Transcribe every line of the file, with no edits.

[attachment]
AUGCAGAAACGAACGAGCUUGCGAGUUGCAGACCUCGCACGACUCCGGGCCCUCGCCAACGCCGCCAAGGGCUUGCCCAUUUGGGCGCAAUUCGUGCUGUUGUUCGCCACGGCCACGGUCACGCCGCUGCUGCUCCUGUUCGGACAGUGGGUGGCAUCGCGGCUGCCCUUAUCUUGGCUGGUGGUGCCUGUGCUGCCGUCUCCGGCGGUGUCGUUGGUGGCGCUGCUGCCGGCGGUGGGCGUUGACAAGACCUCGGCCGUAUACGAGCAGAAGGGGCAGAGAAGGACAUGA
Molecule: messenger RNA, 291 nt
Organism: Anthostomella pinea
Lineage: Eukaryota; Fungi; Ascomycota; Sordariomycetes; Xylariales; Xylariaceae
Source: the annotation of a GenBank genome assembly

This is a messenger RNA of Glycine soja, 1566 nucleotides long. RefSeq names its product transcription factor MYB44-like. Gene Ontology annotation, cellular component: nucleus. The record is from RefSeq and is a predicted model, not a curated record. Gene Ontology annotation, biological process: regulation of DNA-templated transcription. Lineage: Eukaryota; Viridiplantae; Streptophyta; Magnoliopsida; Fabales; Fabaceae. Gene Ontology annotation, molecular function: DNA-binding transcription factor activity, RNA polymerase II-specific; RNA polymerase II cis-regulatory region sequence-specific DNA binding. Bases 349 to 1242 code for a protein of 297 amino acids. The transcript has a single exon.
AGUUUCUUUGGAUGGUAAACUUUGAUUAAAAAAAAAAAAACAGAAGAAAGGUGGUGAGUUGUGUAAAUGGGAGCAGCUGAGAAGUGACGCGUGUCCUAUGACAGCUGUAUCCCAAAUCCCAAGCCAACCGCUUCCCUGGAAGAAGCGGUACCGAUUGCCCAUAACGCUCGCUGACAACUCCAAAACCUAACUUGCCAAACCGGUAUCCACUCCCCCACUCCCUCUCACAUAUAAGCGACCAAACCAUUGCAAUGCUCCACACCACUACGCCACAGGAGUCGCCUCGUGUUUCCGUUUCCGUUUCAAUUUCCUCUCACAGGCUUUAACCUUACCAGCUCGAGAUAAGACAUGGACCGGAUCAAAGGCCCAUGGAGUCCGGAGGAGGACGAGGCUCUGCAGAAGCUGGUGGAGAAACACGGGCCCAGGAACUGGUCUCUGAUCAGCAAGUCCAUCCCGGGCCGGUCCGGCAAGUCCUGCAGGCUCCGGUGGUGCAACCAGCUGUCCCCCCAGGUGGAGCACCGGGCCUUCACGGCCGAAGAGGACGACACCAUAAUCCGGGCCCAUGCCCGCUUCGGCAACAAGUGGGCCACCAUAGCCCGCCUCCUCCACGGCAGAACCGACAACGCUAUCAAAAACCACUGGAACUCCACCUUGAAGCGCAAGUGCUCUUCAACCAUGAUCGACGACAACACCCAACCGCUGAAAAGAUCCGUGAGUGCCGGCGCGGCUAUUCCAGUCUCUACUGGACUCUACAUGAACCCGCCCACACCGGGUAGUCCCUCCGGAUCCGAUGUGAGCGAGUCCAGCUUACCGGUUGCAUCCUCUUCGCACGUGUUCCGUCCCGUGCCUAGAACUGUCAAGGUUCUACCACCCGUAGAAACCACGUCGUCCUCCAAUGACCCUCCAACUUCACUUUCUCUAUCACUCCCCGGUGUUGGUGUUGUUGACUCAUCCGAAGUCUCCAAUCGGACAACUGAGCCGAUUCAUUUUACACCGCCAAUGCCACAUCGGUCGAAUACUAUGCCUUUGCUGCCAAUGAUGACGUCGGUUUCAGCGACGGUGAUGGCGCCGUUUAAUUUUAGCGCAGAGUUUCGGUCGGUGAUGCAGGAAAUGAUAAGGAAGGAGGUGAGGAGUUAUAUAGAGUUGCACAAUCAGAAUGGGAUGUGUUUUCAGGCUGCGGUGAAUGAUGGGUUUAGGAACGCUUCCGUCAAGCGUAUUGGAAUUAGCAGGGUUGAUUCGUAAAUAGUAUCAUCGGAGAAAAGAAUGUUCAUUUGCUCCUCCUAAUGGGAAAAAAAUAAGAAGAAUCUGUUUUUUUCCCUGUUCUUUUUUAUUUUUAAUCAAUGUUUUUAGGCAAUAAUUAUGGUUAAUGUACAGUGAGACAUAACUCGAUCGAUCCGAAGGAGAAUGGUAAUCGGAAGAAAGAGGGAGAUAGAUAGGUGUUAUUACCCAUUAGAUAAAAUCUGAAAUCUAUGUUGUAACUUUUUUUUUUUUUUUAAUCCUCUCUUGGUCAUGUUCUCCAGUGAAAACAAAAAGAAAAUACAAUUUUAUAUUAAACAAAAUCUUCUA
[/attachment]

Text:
AUGCAGAAACGAACGAGCUUGCGAGUUGCAGACCUCGCACGACUCCGGGCCCUCGCCAACGCCGCCAAGGGCUUGCCCAUUUGGGCGCAAUUCGUGCUGUUGUUCGCCACGGCCACGGUCACGCCGCUGCUGCUCCUGUUCGGACAGUGGGUGGCAUCGCGGCUGCCCUUAUCUUGGCUGGUGGUGCCUGUGCUGCCGUCUCCGGCGGUGUCGUUGGUGGCGCUGCUGCCGGCGGUGGGCGUUGACAAGACCUCGGCCGUAUACGAGCAGAAGGGGCAGAGAAGGACAUGA
Molecule: messenger RNA, 291 nt
Organism: Anthostomella pinea
Lineage: Eukaryota; Fungi; Ascomycota; Sordariomycetes; Xylariales; Xylariaceae
Source: the annotation of a GenBank genome assembly

This is a messenger RNA of Glycine soja, 1566 nucleotides long. RefSeq names its product transcription factor MYB44-like. Gene Ontology annotation, cellular component: nucleus. The record is from RefSeq and is a predicted model, not a curated record. Gene Ontology annotation, biological process: regulation of DNA-templated transcription. Lineage: Eukaryota; Viridiplantae; Streptophyta; Magnoliopsida; Fabales; Fabaceae. Gene Ontology annotation, molecular function: DNA-binding transcription factor activity, RNA polymerase II-specific; RNA polymerase II cis-regulatory region sequence-specific DNA binding. Bases 349 to 1242 code for a protein of 297 amino acids. The transcript has a single exon.
AGUUUCUUUGGAUGGUAAACUUUGAUUAAAAAAAAAAAAACAGAAGAAAGGUGGUGAGUUGUGUAAAUGGGAGCAGCUGAGAAGUGACGCGUGUCCUAUGACAGCUGUAUCCCAAAUCCCAAGCCAACCGCUUCCCUGGAAGAAGCGGUACCGAUUGCCCAUAACGCUCGCUGACAACUCCAAAACCUAACUUGCCAAACCGGUAUCCACUCCCCCACUCCCUCUCACAUAUAAGCGACCAAACCAUUGCAAUGCUCCACACCACUACGCCACAGGAGUCGCCUCGUGUUUCCGUUUCCGUUUCAAUUUCCUCUCACAGGCUUUAACCUUACCAGCUCGAGAUAAGACAUGGACCGGAUCAAAGGCCCAUGGAGUCCGGAGGAGGACGAGGCUCUGCAGAAGCUGGUGGAGAAACACGGGCCCAGGAACUGGUCUCUGAUCAGCAAGUCCAUCCCGGGCCGGUCCGGCAAGUCCUGCAGGCUCCGGUGGUGCAACCAGCUGUCCCCCCAGGUGGAGCACCGGGCCUUCACGGCCGAAGAGGACGACACCAUAAUCCGGGCCCAUGCCCGCUUCGGCAACAAGUGGGCCACCAUAGCCCGCCUCCUCCACGGCAGAACCGACAACGCUAUCAAAAACCACUGGAACUCCACCUUGAAGCGCAAGUGCUCUUCAACCAUGAUCGACGACAACACCCAACCGCUGAAAAGAUCCGUGAGUGCCGGCGCGGCUAUUCCAGUCUCUACUGGACUCUACAUGAACCCGCCCACACCGGGUAGUCCCUCCGGAUCCGAUGUGAGCGAGUCCAGCUUACCGGUUGCAUCCUCUUCGCACGUGUUCCGUCCCGUGCCUAGAACUGUCAAGGUUCUACCACCCGUAGAAACCACGUCGUCCUCCAAUGACCCUCCAACUUCACUUUCUCUAUCACUCCCCGGUGUUGGUGUUGUUGACUCAUCCGAAGUCUCCAAUCGGACAACUGAGCCGAUUCAUUUUACACCGCCAAUGCCACAUCGGUCGAAUACUAUGCCUUUGCUGCCAAUGAUGACGUCGGUUUCAGCGACGGUGAUGGCGCCGUUUAAUUUUAGCGCAGAGUUUCGGUCGGUGAUGCAGGAAAUGAUAAGGAAGGAGGUGAGGAGUUAUAUAGAGUUGCACAAUCAGAAUGGGAUGUGUUUUCAGGCUGCGGUGAAUGAUGGGUUUAGGAACGCUUCCGUCAAGCGUAUUGGAAUUAGCAGGGUUGAUUCGUAAAUAGUAUCAUCGGAGAAAAGAAUGUUCAUUUGCUCCUCCUAAUGGGAAAAAAAUAAGAAGAAUCUGUUUUUUUCCCUGUUCUUUUUUAUUUUUAAUCAAUGUUUUUAGGCAAUAAUUAUGGUUAAUGUACAGUGAGACAUAACUCGAUCGAUCCGAAGGAGAAUGGUAAUCGGAAGAAAGAGGGAGAUAGAUAGGUGUUAUUACCCAUUAGAUAAAAUCUGAAAUCUAUGUUGUAACUUUUUUUUUUUUUUUAAUCCUCUCUUGGUCAUGUUCUCCAGUGAAAACAAAAAGAAAAUACAAUUUUAUAUUAAACAAAAUCUUCUA